As private equity firms look to maximize value from their investments, it is critical to ensure that portfolio company management teams have the right capabilities to execute against their investment theses. Though in many cases the underlying premise will lie in backing an existing management team, it is increasingly common for private equity firms to bring in a new CFO early in the lifespan of an investment.
At the Forbes Leadership Forum on Private Equity, Charles Gray, co-leader of Egon Zehnder’s US Diversity Practice with a special focus on Private Equity, recently contributed to the discussion on diversity, arguing that while Private Equity does not have the best record on diverse hiring, it does have a type of “evergreen hiring” that we can all learn from: Building great talent pipelines by forging strong relationships with promising candidates – before they’re even candidates.
With attacks from financial activists on the rise, companies are starting to beef up their boards with experienced experts, reports the Swiss daily Neue Zürcher Zeitung. Both major concerns and smaller, family-run firms in Switzerland have launched board-level recruitment drives over the last 6 months, confirms Philippe Hertig, partner at Egon Zehnder in Zurich.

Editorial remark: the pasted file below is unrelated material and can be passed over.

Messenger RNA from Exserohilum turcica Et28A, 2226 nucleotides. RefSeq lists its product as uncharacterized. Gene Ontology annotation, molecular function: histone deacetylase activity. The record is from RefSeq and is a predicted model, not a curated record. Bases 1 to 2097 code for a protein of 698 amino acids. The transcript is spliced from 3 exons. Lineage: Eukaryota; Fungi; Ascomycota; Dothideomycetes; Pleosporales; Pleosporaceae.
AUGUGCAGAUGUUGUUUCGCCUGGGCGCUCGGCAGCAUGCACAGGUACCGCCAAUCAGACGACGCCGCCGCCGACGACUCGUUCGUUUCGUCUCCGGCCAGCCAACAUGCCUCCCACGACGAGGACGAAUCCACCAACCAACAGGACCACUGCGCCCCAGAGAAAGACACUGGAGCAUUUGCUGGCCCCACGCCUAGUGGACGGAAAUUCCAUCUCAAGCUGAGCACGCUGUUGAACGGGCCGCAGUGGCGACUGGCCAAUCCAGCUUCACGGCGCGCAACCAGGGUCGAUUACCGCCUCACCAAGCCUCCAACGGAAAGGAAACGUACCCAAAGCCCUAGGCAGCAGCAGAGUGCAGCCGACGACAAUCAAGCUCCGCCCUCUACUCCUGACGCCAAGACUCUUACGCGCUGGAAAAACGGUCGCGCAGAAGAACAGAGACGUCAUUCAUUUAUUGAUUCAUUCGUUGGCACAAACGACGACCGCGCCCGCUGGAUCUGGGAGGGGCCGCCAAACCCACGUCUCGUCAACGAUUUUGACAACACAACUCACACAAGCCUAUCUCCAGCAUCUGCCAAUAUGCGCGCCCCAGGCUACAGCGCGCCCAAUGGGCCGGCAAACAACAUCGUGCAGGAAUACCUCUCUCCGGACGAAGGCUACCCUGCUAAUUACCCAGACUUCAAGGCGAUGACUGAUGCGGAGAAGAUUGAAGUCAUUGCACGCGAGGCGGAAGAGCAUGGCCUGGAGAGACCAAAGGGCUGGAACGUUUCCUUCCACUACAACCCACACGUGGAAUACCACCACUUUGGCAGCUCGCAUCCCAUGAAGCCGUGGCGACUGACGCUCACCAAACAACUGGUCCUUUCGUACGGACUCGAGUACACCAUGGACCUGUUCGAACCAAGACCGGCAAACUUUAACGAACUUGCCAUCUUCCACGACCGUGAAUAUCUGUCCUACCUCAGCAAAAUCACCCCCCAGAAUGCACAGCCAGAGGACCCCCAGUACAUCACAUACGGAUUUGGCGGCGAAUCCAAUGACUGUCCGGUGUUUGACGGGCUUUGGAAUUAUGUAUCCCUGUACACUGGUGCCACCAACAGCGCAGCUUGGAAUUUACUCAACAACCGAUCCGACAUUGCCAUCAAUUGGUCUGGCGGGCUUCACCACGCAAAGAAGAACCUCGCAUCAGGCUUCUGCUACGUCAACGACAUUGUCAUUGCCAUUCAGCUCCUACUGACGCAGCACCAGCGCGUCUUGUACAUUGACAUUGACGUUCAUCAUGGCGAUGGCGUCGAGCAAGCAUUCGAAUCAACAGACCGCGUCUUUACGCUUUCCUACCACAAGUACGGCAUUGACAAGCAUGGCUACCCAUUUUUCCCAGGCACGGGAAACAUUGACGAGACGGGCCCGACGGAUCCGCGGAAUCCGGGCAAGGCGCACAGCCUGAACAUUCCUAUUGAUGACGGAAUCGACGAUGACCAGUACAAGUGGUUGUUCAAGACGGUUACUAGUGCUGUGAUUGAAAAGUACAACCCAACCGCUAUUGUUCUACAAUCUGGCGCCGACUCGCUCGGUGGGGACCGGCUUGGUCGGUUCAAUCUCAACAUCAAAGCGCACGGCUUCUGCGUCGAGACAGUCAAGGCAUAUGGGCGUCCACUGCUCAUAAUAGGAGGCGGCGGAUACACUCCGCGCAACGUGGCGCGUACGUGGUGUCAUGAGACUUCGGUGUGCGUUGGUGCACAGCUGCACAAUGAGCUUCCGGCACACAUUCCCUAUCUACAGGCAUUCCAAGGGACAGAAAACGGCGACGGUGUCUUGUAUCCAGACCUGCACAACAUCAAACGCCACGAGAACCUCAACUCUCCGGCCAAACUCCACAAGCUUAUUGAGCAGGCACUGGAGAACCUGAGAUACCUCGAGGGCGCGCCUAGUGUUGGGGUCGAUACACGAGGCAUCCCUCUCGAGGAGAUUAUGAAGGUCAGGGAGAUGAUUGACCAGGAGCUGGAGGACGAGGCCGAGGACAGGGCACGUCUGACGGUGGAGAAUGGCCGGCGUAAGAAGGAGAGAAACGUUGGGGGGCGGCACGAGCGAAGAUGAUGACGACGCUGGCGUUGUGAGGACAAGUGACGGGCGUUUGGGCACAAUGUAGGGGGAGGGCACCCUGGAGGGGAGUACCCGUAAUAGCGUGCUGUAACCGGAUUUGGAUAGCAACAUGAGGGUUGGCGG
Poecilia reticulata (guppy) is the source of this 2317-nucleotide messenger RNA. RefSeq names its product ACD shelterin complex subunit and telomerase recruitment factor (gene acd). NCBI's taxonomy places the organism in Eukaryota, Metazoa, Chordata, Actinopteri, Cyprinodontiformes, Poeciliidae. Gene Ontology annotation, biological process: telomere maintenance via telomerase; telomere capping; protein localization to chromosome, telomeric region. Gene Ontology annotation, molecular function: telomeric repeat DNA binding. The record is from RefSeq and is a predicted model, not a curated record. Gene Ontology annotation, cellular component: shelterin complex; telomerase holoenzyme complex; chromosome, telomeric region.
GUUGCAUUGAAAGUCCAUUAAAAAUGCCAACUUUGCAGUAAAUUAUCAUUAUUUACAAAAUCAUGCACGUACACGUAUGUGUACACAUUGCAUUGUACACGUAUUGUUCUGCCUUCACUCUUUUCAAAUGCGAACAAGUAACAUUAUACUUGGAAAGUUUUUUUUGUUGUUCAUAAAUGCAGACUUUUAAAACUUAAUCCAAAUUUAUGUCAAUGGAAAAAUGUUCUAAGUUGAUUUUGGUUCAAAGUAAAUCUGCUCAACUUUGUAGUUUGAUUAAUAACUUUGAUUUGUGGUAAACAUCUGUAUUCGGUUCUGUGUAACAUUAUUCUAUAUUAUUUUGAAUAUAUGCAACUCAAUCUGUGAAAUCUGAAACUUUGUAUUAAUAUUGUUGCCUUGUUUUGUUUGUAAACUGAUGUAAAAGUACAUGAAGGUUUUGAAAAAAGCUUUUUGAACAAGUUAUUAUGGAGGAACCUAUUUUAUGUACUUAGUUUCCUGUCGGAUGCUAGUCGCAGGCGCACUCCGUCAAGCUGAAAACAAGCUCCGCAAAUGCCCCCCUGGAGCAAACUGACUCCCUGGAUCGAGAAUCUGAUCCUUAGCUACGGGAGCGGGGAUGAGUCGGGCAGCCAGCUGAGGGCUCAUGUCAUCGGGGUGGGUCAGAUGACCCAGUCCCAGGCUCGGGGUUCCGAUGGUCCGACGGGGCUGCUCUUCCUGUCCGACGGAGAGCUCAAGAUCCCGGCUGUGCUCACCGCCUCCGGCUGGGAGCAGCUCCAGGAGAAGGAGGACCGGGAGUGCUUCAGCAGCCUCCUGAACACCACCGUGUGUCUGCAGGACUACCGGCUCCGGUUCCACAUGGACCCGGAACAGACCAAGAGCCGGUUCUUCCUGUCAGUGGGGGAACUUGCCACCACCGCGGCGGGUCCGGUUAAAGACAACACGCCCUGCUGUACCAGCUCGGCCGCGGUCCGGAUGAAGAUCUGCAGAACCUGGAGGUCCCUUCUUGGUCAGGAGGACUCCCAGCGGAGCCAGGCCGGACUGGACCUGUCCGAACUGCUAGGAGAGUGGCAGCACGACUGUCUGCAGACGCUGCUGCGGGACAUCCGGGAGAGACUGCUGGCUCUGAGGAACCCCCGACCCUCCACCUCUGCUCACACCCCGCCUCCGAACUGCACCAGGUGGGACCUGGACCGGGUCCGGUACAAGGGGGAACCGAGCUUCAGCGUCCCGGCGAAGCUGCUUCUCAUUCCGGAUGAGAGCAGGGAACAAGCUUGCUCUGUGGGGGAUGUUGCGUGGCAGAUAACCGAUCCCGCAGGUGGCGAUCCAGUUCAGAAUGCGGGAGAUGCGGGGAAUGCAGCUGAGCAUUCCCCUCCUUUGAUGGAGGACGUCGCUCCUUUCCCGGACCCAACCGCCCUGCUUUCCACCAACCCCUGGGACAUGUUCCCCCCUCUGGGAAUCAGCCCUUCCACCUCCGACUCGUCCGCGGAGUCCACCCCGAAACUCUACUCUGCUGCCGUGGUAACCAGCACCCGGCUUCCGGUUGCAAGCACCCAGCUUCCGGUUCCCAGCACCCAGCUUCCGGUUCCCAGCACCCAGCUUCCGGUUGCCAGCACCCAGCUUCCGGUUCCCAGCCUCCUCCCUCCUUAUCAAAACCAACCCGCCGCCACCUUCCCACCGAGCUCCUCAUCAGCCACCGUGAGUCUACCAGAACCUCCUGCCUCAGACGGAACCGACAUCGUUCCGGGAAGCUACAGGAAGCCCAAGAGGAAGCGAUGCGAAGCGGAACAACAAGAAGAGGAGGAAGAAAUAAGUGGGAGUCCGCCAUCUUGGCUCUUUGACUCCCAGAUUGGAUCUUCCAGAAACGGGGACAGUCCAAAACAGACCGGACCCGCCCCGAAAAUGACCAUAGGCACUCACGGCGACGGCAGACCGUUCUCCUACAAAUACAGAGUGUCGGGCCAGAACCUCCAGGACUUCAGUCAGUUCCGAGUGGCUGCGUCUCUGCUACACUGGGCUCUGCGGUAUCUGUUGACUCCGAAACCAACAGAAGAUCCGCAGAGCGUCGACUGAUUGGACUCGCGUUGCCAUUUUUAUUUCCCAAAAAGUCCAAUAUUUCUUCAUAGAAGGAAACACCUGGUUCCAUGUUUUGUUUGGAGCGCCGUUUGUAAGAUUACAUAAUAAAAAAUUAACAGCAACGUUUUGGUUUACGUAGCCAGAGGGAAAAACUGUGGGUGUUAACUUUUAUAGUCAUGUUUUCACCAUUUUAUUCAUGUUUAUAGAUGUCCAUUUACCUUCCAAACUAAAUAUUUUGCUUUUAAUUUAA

The days when the main function of Audit Committees was to put a “stamp of approval” on companies’ financials are long gone. Heightened risk awareness and increased regulation means that Audit Committees must now take on a much more proactive role in detecting, understanding and acting on risk – be it financial, macroeconomic, regulatory, legal or cybersecurity-related.
Within the executive committee, there is no relationship more important than that between the chief executive officer and the chief financial officer. Because of this, when hiring a CFO, particular attention must be paid to the fit between the candidate and the chief executive. In our experience working with boards and CEOs making CFO appointments, strong CEO-CFO relationships exhibit three qualities.